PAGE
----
Raw eggs in any menu items? Ritzy Melbourne hotel kitchen under focus in Salmonella outbreak

Cockroach infestation, mice and multiple failed food safety inspections ard reportedly other disasters to have hit the prestigious Langham Hotel in Melbourne over a year before a massive salmonella outbreak.

langham.tea.salmThe Herald Sun reports that senior chefs had regularly been summoned to meetings in January and February of last year to combat health and safety issues and improve standards.

‘The kitchen almost got shut down a couple of times,’ the source said.

‘Melbourne City Council had been in there a bunch of times and fined them. There were cockroaches, mice, and all sorts of vermin that should not have been anywhere near a kitchen.’

The information comes after a pregnant woman, who did not want to be named, told the Herald Sun how she nearly lost her unborn child after suffering food poisoning from her baby shower at a prestigious Melbourne hotel.

The angry mother said that there are still serious concerns for the health of her premature baby boy who had breathing issues when he was born.

A hotel spokeswoman told Daily Mail Australia food samples had been frozen in line with hotel guidelines, which have now been provided to investigators.

‘This has never happened before and now we’re cooperating with the Department of Health and Human Services, and providing details of preparation logs and samples,’ she said.

‘As the safety and well-being of the guests and colleagues are of the highest priority, the hotel has extensive protocols in place to ensure food safety.’

Look at raw egg dishes: 44 now sick from Salmonella at fancy Melbourne hotel

A 29-year-old expectant mother almost lost her baby after becoming seriously ill with Salmonella poisoning after a luxury high tea baby shower at the Langham Hotel in Melbourne.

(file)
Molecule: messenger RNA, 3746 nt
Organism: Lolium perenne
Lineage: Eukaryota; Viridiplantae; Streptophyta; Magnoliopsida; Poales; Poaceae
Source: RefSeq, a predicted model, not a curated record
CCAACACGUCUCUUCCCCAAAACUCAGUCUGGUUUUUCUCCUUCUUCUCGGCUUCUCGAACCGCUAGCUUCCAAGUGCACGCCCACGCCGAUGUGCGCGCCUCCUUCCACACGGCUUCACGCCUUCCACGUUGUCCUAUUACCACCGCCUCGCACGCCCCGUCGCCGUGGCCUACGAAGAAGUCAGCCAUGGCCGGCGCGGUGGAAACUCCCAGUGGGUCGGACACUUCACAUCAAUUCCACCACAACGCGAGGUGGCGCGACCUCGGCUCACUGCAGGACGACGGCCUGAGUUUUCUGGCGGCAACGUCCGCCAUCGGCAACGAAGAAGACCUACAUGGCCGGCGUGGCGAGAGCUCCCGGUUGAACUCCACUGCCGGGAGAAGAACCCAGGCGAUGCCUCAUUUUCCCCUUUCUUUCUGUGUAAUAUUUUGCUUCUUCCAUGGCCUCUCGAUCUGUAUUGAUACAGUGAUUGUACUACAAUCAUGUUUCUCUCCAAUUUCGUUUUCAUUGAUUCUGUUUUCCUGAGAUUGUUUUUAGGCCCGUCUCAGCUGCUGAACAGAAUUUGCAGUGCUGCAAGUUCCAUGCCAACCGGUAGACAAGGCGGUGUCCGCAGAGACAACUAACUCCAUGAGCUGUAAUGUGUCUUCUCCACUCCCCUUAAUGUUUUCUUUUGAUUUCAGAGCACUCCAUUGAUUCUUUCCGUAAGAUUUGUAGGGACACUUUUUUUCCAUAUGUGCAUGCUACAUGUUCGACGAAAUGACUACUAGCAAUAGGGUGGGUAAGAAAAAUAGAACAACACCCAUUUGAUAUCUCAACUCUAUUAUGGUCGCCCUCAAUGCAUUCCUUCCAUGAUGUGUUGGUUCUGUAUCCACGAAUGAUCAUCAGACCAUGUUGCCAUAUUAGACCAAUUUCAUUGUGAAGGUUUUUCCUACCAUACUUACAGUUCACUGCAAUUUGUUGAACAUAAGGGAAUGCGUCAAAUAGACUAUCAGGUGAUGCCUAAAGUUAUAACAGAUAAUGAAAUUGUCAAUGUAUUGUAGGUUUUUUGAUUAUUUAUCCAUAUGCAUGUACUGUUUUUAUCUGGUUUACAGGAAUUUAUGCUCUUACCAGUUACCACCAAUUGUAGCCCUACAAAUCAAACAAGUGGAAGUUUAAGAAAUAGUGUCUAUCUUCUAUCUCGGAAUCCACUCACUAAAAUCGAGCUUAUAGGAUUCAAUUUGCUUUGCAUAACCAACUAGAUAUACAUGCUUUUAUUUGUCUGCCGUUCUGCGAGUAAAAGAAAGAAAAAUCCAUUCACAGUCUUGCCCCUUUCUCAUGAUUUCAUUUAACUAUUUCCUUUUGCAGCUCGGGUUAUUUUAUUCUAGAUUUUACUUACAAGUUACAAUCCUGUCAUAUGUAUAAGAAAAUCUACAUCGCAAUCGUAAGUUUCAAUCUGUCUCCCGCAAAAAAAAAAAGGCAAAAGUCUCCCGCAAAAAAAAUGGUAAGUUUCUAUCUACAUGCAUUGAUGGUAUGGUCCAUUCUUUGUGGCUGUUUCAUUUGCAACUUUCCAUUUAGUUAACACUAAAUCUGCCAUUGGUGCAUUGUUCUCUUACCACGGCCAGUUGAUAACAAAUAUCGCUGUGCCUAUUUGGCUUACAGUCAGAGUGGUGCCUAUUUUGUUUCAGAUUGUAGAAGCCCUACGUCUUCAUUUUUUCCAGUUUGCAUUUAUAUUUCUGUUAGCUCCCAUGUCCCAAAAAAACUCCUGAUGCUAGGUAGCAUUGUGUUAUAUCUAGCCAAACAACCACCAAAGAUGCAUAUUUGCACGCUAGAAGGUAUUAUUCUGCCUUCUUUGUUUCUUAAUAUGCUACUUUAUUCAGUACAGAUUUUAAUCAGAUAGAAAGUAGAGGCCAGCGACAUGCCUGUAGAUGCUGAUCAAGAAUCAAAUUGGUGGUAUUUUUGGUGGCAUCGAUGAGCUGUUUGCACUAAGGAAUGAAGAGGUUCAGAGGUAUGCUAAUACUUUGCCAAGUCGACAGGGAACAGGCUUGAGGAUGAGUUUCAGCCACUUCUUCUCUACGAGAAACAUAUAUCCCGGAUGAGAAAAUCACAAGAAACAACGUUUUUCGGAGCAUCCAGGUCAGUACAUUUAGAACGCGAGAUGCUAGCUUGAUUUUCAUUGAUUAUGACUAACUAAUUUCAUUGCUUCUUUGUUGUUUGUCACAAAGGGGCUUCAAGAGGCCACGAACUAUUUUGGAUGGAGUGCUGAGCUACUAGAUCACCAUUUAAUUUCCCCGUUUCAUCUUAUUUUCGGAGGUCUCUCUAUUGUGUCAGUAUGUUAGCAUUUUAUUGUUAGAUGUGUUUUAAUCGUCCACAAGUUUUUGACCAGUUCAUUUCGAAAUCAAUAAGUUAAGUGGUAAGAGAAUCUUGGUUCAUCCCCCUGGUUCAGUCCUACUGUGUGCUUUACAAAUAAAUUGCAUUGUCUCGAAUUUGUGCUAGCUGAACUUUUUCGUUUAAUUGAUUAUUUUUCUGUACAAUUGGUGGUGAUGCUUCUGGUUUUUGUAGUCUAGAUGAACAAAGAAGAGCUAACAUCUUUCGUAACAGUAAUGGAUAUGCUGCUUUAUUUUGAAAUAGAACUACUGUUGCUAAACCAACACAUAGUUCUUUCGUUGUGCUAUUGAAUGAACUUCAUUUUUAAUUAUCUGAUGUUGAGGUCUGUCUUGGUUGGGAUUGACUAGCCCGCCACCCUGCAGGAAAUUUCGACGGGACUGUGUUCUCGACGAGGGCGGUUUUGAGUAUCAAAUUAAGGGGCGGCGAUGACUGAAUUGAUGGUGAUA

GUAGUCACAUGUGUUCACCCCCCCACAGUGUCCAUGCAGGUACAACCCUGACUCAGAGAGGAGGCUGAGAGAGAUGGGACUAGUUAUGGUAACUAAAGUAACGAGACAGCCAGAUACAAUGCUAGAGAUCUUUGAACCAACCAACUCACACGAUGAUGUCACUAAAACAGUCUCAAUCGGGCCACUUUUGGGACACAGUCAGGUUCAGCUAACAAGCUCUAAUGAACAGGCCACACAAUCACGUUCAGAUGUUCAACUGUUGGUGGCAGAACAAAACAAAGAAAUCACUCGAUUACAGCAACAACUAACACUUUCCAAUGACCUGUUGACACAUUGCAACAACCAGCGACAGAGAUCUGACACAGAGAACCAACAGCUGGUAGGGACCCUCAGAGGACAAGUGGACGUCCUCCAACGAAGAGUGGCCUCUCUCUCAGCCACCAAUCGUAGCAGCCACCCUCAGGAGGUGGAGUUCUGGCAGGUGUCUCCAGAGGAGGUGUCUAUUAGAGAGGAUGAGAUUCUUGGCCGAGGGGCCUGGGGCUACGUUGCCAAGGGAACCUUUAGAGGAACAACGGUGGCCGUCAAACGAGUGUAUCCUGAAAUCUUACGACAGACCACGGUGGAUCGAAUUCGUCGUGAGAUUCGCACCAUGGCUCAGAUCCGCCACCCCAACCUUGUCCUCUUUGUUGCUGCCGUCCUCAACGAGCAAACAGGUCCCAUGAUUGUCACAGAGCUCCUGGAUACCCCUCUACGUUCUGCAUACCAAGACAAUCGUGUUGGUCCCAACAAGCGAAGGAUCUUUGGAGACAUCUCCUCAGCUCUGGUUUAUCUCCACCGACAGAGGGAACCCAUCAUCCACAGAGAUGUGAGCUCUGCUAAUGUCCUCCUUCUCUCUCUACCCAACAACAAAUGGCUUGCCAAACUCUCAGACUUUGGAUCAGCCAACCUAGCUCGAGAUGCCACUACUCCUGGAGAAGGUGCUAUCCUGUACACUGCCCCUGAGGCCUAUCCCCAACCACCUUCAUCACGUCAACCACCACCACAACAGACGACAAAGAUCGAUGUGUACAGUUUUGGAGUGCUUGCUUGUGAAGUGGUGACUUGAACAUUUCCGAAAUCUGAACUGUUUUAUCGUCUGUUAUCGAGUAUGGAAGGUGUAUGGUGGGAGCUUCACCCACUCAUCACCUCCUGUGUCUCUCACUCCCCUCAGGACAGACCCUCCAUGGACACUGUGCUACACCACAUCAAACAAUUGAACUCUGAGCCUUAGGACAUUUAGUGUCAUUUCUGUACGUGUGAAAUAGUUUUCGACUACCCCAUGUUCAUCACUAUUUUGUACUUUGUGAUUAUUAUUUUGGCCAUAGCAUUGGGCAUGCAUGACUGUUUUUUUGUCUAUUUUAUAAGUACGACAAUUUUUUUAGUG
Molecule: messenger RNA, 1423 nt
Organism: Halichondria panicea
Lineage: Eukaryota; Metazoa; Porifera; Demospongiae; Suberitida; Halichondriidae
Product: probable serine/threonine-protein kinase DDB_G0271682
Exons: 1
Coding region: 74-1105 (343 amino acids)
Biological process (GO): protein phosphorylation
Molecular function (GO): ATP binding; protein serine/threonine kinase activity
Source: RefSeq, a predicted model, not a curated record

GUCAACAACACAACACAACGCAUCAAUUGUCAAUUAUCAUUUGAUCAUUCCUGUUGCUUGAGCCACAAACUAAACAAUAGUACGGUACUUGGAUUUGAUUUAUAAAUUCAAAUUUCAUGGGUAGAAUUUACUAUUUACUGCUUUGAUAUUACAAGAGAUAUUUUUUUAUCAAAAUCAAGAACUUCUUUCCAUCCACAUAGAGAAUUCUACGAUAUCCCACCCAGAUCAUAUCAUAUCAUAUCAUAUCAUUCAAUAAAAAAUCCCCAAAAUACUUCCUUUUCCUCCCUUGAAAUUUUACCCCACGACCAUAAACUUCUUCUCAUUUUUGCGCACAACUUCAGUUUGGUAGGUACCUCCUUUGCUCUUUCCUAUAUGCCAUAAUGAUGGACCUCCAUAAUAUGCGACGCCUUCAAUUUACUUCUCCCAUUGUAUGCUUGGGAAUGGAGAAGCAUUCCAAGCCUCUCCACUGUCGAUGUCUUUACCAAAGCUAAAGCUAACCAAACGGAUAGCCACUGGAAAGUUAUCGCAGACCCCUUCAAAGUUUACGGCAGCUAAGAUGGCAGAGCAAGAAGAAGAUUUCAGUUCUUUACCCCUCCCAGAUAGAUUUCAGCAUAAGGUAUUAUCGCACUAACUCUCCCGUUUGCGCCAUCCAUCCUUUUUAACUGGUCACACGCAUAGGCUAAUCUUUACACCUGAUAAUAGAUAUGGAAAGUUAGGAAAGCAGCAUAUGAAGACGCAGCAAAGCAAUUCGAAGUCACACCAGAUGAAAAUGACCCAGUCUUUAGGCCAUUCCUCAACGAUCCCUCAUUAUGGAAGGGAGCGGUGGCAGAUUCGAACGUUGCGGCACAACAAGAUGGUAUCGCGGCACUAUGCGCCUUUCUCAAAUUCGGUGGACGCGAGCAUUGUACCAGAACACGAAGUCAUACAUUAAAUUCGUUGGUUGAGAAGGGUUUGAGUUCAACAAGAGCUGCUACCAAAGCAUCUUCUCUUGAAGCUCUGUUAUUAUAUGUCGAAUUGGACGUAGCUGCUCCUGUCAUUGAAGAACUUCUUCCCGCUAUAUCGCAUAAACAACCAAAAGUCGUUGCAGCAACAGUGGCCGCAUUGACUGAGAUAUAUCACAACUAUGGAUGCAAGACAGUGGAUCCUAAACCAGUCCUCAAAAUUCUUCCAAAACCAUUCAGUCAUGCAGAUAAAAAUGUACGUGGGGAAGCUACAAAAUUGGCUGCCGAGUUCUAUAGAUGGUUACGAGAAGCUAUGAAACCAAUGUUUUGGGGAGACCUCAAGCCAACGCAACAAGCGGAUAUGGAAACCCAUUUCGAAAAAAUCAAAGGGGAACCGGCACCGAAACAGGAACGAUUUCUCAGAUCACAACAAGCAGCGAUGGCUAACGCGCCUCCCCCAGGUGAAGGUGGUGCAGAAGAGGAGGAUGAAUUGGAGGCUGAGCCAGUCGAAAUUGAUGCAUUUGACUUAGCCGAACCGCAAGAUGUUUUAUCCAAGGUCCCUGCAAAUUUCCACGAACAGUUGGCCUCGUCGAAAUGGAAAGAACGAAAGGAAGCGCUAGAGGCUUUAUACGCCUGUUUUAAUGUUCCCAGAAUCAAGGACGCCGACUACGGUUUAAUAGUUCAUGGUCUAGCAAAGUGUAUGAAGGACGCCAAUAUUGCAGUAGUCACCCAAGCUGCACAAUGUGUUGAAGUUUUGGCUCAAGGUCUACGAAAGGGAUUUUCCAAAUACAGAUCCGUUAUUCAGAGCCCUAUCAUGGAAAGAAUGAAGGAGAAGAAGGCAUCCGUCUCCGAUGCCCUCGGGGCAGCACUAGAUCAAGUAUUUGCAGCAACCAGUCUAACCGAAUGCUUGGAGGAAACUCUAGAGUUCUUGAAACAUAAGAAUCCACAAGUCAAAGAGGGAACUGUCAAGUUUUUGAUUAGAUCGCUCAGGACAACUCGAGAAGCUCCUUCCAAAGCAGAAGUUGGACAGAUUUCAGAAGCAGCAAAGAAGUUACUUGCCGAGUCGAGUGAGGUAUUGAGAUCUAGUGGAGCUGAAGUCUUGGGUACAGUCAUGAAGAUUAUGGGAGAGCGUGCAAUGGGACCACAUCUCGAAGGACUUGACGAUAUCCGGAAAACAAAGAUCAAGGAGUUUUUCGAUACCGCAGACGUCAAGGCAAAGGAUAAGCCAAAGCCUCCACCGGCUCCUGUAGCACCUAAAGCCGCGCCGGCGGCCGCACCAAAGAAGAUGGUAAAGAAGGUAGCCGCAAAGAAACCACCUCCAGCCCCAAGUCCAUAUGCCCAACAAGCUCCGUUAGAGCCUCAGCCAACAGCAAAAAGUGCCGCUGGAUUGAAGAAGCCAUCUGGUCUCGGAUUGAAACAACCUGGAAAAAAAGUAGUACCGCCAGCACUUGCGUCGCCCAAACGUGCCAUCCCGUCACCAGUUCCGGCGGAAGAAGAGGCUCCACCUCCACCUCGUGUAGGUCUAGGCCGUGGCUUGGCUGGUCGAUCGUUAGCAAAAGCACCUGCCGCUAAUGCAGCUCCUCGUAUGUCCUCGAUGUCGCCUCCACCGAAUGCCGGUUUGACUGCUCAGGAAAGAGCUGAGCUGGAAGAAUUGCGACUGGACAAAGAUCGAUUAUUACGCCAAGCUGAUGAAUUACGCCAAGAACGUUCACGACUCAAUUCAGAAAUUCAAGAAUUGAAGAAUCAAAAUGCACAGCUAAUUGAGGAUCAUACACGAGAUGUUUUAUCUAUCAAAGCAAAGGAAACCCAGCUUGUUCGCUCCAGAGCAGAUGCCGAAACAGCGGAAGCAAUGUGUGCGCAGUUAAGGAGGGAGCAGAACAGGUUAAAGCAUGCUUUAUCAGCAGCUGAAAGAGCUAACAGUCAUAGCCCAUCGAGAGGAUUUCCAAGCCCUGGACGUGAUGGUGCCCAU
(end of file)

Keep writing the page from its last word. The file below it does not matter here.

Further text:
langham.tea.salmA day after her July 12 baby shower at the Langham Hotel, the 29-year-old had to be taken to hospital.

Her condition deteriorated, and doctors were forced to deliver her baby five weeks premature.

“If I hadn’t gone into hospital on Monday my baby could have been dead by Tuesday,” she told the Herald Sun.

The newborn has suffered breathing problems following his traumatic birth and spent time in an oxygen chamber, and has also been receiving regular antibiotic injections.

It is hoped he will be discharged in good health in the next fortnight.

His mother has been unable to touch him while she remained ill, and contagious. She was due to be discharged from hospital last night.

“I’m really angry because it was the Langham. I didn’t have my baby shower at a back-alley Springvale kebab shop. I’ve had a baby and he is hopefully going to be fine, but this has been the worst week of my life,” she said.

The toll from the salmonella outbreak rose to 44 on Tuesday.

Samples of gourmet chicken sandwiches, mayonnaise and salads that were served to at least 77 guests at the Langham high teas were being forensically examined for a cause.

langham-comp-240pVictoria’s acting chief health officer, Professor ­Michael Ackland, said it could be several weeks before he was able to pinpoint the exact cause of the high tea outbreak.

“There were things like chicken sandwiches and foods with mayonnaise preparations, and various other foods you typically see in a smorgasbord setting, such as salads. (But) it is just not possible for me to point at any one food at the moment,” Prof Ackland said.

Melbourne woman Tanya LaManna was one of several members of her family who ate at the Langham on that weekend and fell ill.

She spent six days in hospital after recording a 41C temperature.

“It was quite scary, actually, very scary,” husband Greg LaManna told 3AW radio.

“We didn’t know what was going on.”

Ms LaManna is recovering at home and only started eating two days ago, he said.

The investigation will initially focus on egg, chicken and mayonnaise-containing foods – usual suspects for salmonella – on the menu that weekend.